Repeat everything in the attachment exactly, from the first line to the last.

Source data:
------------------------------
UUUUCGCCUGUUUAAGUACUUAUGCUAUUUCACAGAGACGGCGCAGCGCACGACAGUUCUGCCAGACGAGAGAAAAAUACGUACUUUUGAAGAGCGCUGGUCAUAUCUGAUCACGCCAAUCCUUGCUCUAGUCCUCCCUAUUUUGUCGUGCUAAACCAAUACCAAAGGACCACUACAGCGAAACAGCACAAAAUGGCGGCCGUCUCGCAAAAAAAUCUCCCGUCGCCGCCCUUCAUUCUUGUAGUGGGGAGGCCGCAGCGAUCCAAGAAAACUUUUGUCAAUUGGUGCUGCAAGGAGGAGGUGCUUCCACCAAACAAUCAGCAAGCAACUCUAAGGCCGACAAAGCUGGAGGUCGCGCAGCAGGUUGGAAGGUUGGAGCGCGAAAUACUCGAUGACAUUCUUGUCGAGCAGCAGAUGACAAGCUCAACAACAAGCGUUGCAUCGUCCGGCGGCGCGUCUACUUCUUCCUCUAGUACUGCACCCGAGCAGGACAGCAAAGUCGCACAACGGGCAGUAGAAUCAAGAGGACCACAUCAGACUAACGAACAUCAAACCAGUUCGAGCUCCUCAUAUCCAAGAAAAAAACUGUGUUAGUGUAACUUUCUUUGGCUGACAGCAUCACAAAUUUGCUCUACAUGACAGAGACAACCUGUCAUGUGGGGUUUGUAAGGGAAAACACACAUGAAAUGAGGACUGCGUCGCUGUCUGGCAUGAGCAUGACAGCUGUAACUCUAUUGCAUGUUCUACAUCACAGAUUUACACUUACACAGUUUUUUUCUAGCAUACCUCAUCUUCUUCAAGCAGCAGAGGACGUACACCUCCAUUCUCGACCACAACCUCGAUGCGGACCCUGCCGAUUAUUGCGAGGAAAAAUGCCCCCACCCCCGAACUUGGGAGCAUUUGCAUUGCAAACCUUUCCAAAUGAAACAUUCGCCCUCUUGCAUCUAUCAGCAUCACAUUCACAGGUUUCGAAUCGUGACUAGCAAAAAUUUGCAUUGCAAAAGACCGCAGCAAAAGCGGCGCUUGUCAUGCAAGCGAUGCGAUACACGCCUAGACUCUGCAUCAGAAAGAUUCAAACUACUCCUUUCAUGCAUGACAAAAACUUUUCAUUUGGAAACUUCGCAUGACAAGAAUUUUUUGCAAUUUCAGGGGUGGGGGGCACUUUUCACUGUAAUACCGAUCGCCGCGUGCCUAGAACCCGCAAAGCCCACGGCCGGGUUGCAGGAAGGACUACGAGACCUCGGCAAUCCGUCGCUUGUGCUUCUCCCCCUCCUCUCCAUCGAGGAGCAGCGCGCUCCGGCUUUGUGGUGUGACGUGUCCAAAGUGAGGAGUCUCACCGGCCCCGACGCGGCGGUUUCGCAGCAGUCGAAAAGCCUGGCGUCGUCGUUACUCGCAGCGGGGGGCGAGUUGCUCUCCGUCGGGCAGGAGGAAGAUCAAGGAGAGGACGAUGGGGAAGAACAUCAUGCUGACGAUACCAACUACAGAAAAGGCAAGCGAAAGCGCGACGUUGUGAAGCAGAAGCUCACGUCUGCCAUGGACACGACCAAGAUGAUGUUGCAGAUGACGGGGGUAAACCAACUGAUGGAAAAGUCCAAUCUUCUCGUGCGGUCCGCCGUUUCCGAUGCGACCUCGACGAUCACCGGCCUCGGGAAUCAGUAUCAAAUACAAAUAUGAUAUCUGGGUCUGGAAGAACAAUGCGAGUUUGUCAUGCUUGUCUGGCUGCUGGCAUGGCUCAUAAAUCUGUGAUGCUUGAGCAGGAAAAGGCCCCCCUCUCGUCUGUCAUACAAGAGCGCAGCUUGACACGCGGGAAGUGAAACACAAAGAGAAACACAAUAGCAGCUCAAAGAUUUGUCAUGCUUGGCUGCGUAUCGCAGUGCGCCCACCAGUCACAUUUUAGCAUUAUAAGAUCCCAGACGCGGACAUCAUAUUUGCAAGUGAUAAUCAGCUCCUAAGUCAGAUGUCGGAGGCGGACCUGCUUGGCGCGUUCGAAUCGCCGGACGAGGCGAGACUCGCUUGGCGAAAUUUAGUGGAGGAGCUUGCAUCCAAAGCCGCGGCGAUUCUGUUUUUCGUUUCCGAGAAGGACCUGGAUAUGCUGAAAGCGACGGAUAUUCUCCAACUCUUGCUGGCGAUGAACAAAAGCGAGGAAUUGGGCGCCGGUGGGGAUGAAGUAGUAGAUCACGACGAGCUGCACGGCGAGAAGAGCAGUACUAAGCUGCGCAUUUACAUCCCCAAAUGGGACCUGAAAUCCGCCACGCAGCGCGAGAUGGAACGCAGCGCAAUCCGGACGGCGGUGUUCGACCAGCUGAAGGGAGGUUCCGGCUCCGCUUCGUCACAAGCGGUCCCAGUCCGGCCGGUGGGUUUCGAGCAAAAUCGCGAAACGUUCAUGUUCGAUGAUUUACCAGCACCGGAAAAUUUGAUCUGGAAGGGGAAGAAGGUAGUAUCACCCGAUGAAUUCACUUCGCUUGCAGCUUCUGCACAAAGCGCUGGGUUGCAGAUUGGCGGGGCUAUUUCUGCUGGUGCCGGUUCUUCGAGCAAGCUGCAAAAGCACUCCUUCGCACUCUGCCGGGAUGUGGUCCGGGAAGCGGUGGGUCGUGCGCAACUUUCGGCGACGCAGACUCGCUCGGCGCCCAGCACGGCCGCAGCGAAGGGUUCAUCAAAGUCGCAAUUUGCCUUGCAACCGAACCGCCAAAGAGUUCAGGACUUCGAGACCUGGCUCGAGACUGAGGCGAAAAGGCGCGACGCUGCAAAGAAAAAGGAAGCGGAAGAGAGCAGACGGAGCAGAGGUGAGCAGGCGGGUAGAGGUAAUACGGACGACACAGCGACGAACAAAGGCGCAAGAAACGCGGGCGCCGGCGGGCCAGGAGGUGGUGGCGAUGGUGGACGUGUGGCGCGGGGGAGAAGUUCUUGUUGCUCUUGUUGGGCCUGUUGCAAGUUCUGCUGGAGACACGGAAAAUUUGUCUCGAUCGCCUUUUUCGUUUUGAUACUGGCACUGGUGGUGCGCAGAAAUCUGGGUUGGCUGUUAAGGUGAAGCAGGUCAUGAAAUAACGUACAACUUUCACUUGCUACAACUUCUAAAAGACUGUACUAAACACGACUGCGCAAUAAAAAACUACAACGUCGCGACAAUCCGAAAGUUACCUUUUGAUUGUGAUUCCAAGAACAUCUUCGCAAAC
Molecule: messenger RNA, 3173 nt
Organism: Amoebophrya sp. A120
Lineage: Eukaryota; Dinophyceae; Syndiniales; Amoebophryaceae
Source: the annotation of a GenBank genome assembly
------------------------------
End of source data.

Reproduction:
UUUUCGCCUGUUUAAGUACUUAUGCUAUUUCACAGAGACGGCGCAGCGCACGACAGUUCUGCCAGACGAGAGAAAAAUACGUACUUUUGAAGAGCGCUGGUCAUAUCUGAUCACGCCAAUCCUUGCUCUAGUCCUCCCUAUUUUGUCGUGCUAAACCAAUACCAAAGGACCACUACAGCGAAACAGCACAAAAUGGCGGCCGUCUCGCAAAAAAAUCUCCCGUCGCCGCCCUUCAUUCUUGUAGUGGGGAGGCCGCAGCGAUCCAAGAAAACUUUUGUCAAUUGGUGCUGCAAGGAGGAGGUGCUUCCACCAAACAAUCAGCAAGCAACUCUAAGGCCGACAAAGCUGGAGGUCGCGCAGCAGGUUGGAAGGUUGGAGCGCGAAAUACUCGAUGACAUUCUUGUCGAGCAGCAGAUGACAAGCUCAACAACAAGCGUUGCAUCGUCCGGCGGCGCGUCUACUUCUUCCUCUAGUACUGCACCCGAGCAGGACAGCAAAGUCGCACAACGGGCAGUAGAAUCAAGAGGACCACAUCAGACUAACGAACAUCAAACCAGUUCGAGCUCCUCAUAUCCAAGAAAAAAACUGUGUUAGUGUAACUUUCUUUGGCUGACAGCAUCACAAAUUUGCUCUACAUGACAGAGACAACCUGUCAUGUGGGGUUUGUAAGGGAAAACACACAUGAAAUGAGGACUGCGUCGCUGUCUGGCAUGAGCAUGACAGCUGUAACUCUAUUGCAUGUUCUACAUCACAGAUUUACACUUACACAGUUUUUUUCUAGCAUACCUCAUCUUCUUCAAGCAGCAGAGGACGUACACCUCCAUUCUCGACCACAACCUCGAUGCGGACCCUGCCGAUUAUUGCGAGGAAAAAUGCCCCCACCCCCGAACUUGGGAGCAUUUGCAUUGCAAACCUUUCCAAAUGAAACAUUCGCCCUCUUGCAUCUAUCAGCAUCACAUUCACAGGUUUCGAAUCGUGACUAGCAAAAAUUUGCAUUGCAAAAGACCGCAGCAAAAGCGGCGCUUGUCAUGCAAGCGAUGCGAUACACGCCUAGACUCUGCAUCAGAAAGAUUCAAACUACUCCUUUCAUGCAUGACAAAAACUUUUCAUUUGGAAACUUCGCAUGACAAGAAUUUUUUGCAAUUUCAGGGGUGGGGGGCACUUUUCACUGUAAUACCGAUCGCCGCGUGCCUAGAACCCGCAAAGCCCACGGCCGGGUUGCAGGAAGGACUACGAGACCUCGGCAAUCCGUCGCUUGUGCUUCUCCCCCUCCUCUCCAUCGAGGAGCAGCGCGCUCCGGCUUUGUGGUGUGACGUGUCCAAAGUGAGGAGUCUCACCGGCCCCGACGCGGCGGUUUCGCAGCAGUCGAAAAGCCUGGCGUCGUCGUUACUCGCAGCGGGGGGCGAGUUGCUCUCCGUCGGGCAGGAGGAAGAUCAAGGAGAGGACGAUGGGGAAGAACAUCAUGCUGACGAUACCAACUACAGAAAAGGCAAGCGAAAGCGCGACGUUGUGAAGCAGAAGCUCACGUCUGCCAUGGACACGACCAAGAUGAUGUUGCAGAUGACGGGGGUAAACCAACUGAUGGAAAAGUCCAAUCUUCUCGUGCGGUCCGCCGUUUCCGAUGCGACCUCGACGAUCACCGGCCUCGGGAAUCAGUAUCAAAUACAAAUAUGAUAUCUGGGUCUGGAAGAACAAUGCGAGUUUGUCAUGCUUGUCUGGCUGCUGGCAUGGCUCAUAAAUCUGUGAUGCUUGAGCAGGAAAAGGCCCCCCUCUCGUCUGUCAUACAAGAGCGCAGCUUGACACGCGGGAAGUGAAACACAAAGAGAAACACAAUAGCAGCUCAAAGAUUUGUCAUGCUUGGCUGCGUAUCGCAGUGCGCCCACCAGUCACAUUUUAGCAUUAUAAGAUCCCAGACGCGGACAUCAUAUUUGCAAGUGAUAAUCAGCUCCUAAGUCAGAUGUCGGAGGCGGACCUGCUUGGCGCGUUCGAAUCGCCGGACGAGGCGAGACUCGCUUGGCGAAAUUUAGUGGAGGAGCUUGCAUCCAAAGCCGCGGCGAUUCUGUUUUUCGUUUCCGAGAAGGACCUGGAUAUGCUGAAAGCGACGGAUAUUCUCCAACUCUUGCUGGCGAUGAACAAAAGCGAGGAAUUGGGCGCCGGUGGGGAUGAAGUAGUAGAUCACGACGAGCUGCACGGCGAGAAGAGCAGUACUAAGCUGCGCAUUUACAUCCCCAAAUGGGACCUGAAAUCCGCCACGCAGCGCGAGAUGGAACGCAGCGCAAUCCGGACGGCGGUGUUCGACCAGCUGAAGGGAGGUUCCGGCUCCGCUUCGUCACAAGCGGUCCCAGUCCGGCCGGUGGGUUUCGAGCAAAAUCGCGAAACGUUCAUGUUCGAUGAUUUACCAGCACCGGAAAAUUUGAUCUGGAAGGGGAAGAAGGUAGUAUCACCCGAUGAAUUCACUUCGCUUGCAGCUUCUGCACAAAGCGCUGGGUUGCAGAUUGGCGGGGCUAUUUCUGCUGGUGCCGGUUCUUCGAGCAAGCUGCAAAAGCACUCCUUCGCACUCUGCCGGGAUGUGGUCCGGGAAGCGGUGGGUCGUGCGCAACUUUCGGCGACGCAGACUCGCUCGGCGCCCAGCACGGCCGCAGCGAAGGGUUCAUCAAAGUCGCAAUUUGCCUUGCAACCGAACCGCCAAAGAGUUCAGGACUUCGAGACCUGGCUCGAGACUGAGGCGAAAAGGCGCGACGCUGCAAAGAAAAAGGAAGCGGAAGAGAGCAGACGGAGCAGAGGUGAGCAGGCGGGUAGAGGUAAUACGGACGACACAGCGACGAACAAAGGCGCAAGAAACGCGGGCGCCGGCGGGCCAGGAGGUGGUGGCGAUGGUGGACGUGUGGCGCGGGGGAGAAGUUCUUGUUGCUCUUGUUGGGCCUGUUGCAAGUUCUGCUGGAGACACGGAAAAUUUGUCUCGAUCGCCUUUUUCGUUUUGAUACUGGCACUGGUGGUGCGCAGAAAUCUGGGUUGGCUGUUAAGGUGAAGCAGGUCAUGAAAUAACGUACAACUUUCACUUGCUACAACUUCUAAAAGACUGUACUAAACACGACUGCGCAAUAAAAAACUACAACGUCGCGACAAUCCGAAAGUUACCUUUUGAUUGUGAUUCCAAGAACAUCUUCGCAAAC
Molecule: messenger RNA, 3173 nt
Organism: Amoebophrya sp. A120
Lineage: Eukaryota; Dinophyceae; Syndiniales; Amoebophryaceae
Source: the annotation of a GenBank genome assembly